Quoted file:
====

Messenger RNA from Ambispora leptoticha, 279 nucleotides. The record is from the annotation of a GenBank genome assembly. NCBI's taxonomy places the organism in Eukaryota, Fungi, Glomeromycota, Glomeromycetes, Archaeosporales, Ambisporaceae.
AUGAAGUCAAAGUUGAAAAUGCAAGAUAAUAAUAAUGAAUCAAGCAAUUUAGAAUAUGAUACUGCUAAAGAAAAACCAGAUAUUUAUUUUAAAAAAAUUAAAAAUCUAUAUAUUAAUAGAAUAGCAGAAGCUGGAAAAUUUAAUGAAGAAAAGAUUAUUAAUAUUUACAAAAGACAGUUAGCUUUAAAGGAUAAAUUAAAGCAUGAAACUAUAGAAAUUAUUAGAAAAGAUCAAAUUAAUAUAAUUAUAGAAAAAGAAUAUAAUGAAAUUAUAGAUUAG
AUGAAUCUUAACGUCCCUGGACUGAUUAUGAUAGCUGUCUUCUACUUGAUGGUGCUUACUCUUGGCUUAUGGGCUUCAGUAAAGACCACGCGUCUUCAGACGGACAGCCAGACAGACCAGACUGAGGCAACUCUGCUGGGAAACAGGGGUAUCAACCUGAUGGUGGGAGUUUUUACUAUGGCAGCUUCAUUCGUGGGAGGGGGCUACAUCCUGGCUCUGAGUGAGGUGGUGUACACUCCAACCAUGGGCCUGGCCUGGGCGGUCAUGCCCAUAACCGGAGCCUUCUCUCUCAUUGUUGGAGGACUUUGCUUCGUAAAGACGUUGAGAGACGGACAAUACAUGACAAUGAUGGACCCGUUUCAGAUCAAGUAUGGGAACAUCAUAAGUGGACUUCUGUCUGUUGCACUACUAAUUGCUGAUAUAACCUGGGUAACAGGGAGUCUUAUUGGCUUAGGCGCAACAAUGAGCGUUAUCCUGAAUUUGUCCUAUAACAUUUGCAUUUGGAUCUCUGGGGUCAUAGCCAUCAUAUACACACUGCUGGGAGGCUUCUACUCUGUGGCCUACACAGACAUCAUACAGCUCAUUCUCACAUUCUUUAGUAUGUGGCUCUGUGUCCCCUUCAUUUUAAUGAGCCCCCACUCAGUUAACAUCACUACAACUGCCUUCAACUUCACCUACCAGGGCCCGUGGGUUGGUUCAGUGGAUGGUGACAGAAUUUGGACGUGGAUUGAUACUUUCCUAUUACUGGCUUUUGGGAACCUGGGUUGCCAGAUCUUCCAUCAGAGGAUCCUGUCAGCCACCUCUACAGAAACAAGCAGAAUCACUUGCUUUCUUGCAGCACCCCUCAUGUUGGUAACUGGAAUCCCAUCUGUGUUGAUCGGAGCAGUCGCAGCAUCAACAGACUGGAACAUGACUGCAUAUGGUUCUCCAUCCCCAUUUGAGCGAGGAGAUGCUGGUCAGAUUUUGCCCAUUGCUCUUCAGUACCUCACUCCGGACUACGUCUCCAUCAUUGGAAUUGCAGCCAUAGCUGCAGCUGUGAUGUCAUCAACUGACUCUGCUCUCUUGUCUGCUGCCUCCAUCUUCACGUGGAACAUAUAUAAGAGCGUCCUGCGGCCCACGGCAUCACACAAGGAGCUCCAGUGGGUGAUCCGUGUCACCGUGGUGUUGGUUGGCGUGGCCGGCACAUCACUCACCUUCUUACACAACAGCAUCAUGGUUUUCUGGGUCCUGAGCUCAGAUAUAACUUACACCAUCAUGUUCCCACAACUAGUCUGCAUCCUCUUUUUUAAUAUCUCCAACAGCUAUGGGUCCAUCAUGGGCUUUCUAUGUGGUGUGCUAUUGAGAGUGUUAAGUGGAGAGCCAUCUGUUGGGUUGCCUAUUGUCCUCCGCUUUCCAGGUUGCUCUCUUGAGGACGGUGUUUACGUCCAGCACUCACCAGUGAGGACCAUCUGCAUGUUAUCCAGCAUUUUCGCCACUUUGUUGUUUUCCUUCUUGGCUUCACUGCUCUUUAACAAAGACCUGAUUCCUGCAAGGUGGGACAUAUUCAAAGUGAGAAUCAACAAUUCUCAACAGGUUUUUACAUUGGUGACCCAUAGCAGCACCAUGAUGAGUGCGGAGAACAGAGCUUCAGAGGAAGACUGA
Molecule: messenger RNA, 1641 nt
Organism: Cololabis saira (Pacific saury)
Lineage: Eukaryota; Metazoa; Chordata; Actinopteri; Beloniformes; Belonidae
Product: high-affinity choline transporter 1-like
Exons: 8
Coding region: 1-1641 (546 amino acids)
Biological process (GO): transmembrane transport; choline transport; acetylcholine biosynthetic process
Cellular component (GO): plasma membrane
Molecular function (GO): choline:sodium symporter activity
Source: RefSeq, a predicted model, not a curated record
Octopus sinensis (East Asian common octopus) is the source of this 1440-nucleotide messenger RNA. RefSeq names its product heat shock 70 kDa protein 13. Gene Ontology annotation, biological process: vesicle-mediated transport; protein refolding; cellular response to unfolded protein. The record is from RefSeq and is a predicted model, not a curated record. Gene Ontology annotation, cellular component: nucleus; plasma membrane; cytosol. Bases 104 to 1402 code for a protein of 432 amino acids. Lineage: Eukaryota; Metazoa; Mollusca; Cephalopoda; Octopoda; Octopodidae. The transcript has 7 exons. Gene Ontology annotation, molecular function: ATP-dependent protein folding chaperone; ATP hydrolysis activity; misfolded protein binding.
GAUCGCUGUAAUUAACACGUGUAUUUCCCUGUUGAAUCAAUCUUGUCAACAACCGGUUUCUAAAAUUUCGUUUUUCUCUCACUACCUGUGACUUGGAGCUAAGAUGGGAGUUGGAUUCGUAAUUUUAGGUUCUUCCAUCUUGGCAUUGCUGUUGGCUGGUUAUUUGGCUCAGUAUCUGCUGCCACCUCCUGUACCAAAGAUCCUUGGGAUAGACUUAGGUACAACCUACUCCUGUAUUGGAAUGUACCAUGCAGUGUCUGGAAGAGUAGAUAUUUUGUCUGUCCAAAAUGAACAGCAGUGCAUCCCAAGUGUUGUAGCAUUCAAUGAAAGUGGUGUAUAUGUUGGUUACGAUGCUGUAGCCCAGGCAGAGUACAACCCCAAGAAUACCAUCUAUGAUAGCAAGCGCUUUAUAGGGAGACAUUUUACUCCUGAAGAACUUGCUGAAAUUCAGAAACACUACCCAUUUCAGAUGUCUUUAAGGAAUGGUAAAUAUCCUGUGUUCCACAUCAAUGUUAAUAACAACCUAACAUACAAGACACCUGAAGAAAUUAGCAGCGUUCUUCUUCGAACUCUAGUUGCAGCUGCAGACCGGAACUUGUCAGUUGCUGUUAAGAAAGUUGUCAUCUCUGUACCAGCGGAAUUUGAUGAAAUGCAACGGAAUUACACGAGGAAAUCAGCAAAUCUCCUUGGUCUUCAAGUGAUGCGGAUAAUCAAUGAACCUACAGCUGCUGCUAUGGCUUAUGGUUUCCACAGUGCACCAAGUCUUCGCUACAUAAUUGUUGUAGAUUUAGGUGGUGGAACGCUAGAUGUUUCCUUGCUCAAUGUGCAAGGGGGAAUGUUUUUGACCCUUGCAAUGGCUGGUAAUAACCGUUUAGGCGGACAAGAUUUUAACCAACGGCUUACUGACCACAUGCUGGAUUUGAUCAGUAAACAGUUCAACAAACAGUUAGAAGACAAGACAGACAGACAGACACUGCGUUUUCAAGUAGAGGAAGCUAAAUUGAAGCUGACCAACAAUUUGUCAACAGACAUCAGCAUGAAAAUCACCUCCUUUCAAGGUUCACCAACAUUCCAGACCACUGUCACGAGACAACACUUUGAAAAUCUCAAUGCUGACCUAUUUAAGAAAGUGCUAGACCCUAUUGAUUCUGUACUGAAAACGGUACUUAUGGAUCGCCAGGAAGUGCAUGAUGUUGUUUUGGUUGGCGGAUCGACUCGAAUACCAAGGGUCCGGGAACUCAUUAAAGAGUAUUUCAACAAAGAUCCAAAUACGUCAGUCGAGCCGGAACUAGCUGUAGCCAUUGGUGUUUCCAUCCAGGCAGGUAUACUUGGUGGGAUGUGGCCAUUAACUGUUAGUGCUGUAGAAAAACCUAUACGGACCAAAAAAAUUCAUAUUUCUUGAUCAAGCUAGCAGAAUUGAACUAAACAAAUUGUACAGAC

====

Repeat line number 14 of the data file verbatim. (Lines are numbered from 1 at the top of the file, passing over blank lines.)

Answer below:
Octopus sinensis (East Asian common octopus) is the source of this 1440-nucleotide messenger RNA. RefSeq names its product heat shock 70 kDa protein 13. Gene Ontology annotation, biological process: vesicle-mediated transport; protein refolding; cellular response to unfolded protein. The record is from RefSeq and is a predicted model, not a curated record. Gene Ontology annotation, cellular component: nucleus; plasma membrane; cytosol. Bases 104 to 1402 code for a protein of 432 amino acids. Lineage: Eukaryota; Metazoa; Mollusca; Cephalopoda; Octopoda; Octopodidae. The transcript has 7 exons. Gene Ontology annotation, molecular function: ATP-dependent protein folding chaperone; ATP hydrolysis activity; misfolded protein binding.